Cellular senescence, or the ultimate death of a cell as it reaches its replication limit, has been a hotly debated issue among biologists for decades, principally, “Is it important in increasing longevity?” A new battery of research seems to confirm that senescence does play an important role not necessarily in increasing lifespan, but in increasing “healthspan”. Put a different way, by removing those cells that are damaged or breaking down, one can increase the amount of their lifespan that they are healthy and vital. Though the research is still in its infancy (this has only been tested on mice), the implications for increasing humans’ healthy years could be potentially game-changing.
Consider a plant in your garden. Each spring you can revitalize that plant by trimming away the dead stems and leaves that, although sucking up valuable resources, are not actually providing anything to the health of the planet. Trimming back the detritus for a new year. That is essentially the principle behind Mayo Clinic gerontologist Darren Baker’s experiment. The genetically modified mice in the experiment were monitored by Baker’s team, who destroyed cells in the mice that were producing a protein called p16Ink4a (or just p16, for short). This protein is largely a tumor-inhibitor, but it’s also a red flag that the cell is approaching its replication limit (or senescence). The team would kill off the cell, rather than allowing it to languish, and the body would then absorb and excrete it as normal. The issue, according to Baker, is that cells don’t simply die. They languish, excreting inflammatory enzymes and other pollutants into the body as they whither. “The bottom-line question is,” Felipe Sierra, Director of the Aging Biology department at the National Institute of Aging, “what happens when you increase or decrease cellular senescence in an animal?”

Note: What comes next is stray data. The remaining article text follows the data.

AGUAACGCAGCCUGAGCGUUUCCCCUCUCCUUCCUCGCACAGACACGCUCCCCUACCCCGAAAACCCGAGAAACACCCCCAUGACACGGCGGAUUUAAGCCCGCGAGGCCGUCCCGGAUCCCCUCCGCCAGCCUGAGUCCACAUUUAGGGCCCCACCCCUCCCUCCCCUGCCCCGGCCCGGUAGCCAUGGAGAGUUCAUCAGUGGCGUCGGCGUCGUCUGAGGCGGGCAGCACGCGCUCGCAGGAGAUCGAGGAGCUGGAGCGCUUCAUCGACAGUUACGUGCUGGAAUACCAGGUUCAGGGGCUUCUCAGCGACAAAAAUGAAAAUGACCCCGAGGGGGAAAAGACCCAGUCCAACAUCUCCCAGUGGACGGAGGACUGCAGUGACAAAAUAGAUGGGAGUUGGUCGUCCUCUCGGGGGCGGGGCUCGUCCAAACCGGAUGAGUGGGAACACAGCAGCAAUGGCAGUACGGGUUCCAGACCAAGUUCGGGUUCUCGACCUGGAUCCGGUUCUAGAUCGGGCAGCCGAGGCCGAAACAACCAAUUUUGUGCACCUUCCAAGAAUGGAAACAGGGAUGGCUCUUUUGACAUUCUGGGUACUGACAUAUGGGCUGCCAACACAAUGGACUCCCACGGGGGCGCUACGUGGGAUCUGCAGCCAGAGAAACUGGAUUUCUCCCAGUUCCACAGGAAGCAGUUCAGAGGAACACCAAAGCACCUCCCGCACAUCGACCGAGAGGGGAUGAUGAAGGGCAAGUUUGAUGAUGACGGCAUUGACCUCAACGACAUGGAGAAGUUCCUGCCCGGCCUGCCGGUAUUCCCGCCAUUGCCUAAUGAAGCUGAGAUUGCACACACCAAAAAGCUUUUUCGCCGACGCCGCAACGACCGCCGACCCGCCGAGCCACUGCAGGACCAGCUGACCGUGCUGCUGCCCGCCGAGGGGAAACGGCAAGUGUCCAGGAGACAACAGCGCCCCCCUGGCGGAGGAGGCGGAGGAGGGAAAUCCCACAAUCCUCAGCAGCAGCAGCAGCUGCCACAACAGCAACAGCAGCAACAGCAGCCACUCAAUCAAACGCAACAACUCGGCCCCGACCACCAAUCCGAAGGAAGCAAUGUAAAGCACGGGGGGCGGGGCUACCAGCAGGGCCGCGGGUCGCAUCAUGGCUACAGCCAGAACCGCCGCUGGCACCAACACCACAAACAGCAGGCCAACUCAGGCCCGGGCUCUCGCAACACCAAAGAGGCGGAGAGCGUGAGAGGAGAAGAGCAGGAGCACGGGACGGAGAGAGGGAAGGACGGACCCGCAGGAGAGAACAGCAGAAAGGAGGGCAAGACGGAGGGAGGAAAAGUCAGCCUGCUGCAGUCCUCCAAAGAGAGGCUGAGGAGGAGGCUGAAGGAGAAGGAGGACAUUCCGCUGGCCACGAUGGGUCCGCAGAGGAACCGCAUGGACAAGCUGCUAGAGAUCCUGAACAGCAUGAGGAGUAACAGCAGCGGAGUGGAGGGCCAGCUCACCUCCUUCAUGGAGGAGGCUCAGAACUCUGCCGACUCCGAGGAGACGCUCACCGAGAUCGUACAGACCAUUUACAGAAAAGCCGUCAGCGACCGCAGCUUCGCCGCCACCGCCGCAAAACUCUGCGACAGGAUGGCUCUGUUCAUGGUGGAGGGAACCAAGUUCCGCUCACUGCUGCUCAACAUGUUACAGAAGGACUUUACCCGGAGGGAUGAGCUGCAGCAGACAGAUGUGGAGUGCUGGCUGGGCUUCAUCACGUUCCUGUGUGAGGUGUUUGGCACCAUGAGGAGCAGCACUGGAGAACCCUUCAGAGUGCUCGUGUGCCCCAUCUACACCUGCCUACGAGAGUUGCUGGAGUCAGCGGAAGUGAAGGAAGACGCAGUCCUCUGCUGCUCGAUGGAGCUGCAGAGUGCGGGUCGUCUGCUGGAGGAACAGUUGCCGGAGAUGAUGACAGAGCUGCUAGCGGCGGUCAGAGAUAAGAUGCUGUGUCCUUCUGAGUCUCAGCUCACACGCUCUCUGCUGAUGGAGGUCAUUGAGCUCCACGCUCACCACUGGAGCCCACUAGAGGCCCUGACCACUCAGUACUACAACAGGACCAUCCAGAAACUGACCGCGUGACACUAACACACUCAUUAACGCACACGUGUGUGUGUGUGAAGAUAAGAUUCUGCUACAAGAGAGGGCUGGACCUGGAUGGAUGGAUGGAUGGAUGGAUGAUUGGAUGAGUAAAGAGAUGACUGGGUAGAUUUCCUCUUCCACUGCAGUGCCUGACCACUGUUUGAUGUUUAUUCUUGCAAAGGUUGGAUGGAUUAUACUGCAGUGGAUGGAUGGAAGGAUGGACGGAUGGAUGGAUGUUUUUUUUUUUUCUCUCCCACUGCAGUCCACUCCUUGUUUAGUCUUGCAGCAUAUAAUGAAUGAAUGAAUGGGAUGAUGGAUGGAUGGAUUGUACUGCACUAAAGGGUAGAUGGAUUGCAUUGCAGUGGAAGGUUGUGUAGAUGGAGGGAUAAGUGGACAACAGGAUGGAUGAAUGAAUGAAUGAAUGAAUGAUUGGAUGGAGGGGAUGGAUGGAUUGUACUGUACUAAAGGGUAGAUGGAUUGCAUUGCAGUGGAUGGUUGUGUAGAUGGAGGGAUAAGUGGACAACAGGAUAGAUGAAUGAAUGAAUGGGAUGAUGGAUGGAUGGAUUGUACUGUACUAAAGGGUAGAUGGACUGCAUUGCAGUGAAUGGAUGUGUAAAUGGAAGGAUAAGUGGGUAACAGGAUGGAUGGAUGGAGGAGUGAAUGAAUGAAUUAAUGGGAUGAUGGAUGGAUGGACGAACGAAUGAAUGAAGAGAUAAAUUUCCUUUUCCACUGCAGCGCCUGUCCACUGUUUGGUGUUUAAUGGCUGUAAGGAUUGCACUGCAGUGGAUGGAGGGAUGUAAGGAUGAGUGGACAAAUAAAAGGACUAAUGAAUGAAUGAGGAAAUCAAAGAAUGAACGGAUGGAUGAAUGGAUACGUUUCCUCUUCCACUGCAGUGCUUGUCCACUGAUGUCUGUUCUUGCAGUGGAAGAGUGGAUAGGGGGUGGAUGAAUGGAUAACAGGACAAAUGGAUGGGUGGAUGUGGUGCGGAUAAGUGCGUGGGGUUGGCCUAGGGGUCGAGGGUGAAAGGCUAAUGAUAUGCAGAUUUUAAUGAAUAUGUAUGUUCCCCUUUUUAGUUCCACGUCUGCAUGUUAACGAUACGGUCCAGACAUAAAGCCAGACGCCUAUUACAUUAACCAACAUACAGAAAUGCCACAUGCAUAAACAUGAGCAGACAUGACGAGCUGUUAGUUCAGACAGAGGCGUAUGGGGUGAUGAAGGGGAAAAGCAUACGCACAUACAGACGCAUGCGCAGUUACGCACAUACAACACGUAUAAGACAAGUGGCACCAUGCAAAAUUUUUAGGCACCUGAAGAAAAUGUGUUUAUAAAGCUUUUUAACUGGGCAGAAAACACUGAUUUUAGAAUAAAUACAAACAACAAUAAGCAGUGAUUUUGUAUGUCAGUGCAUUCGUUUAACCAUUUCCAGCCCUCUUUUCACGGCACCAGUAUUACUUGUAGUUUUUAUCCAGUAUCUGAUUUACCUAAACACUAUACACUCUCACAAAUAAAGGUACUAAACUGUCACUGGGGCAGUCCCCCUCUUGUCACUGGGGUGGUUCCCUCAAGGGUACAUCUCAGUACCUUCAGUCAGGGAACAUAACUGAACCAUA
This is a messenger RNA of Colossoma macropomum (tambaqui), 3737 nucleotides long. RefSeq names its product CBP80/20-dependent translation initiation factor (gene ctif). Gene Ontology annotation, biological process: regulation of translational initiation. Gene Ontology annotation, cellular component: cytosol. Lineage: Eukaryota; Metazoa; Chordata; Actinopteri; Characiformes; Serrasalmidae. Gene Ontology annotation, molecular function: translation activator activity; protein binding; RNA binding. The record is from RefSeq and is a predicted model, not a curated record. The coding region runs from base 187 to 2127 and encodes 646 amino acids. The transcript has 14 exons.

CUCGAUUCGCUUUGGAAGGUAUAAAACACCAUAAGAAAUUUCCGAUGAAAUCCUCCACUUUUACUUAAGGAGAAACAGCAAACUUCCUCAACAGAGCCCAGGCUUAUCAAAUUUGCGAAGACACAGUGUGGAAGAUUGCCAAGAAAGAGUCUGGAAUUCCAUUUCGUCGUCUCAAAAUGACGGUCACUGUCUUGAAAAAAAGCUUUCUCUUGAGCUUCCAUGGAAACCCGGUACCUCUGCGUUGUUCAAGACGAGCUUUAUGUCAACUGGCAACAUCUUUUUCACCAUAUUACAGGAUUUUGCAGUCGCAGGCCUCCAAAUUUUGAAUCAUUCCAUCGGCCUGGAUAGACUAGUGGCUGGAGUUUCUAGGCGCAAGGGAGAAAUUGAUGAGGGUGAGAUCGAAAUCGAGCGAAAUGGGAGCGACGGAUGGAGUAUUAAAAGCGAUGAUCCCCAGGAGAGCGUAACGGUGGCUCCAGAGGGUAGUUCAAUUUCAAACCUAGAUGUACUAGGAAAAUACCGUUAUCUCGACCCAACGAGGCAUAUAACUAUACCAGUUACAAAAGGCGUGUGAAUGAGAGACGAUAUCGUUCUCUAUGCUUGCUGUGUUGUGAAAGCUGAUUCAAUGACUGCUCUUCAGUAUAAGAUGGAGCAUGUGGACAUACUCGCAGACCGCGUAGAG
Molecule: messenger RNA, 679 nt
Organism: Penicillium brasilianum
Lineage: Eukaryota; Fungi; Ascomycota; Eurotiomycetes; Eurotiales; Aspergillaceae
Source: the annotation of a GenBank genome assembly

The treated mice, which were genetically modified to die of heart failure after a certain point, did not live any longer than the other control mice, but they were healthy and vital up until the very end whereas the untreated mice deteriorated significantly. Imagine a world in which senior citizens are healthier, stronger, and more resilient to diseases and other external threats longer? Though the targeting of senescent cells doesn’t seem to improve lifespan, it would make entire generations of the elderly more vital and increase the quality of life for many people well beyond what it is now. The costs of healthcare, much of it due to expensive end-of-life treatments, may also shrink as people are better able to “weather the storm” of old age. In a culture obsessed with longevity and staying younger longer, this development is sure to turn some heads and some wallets.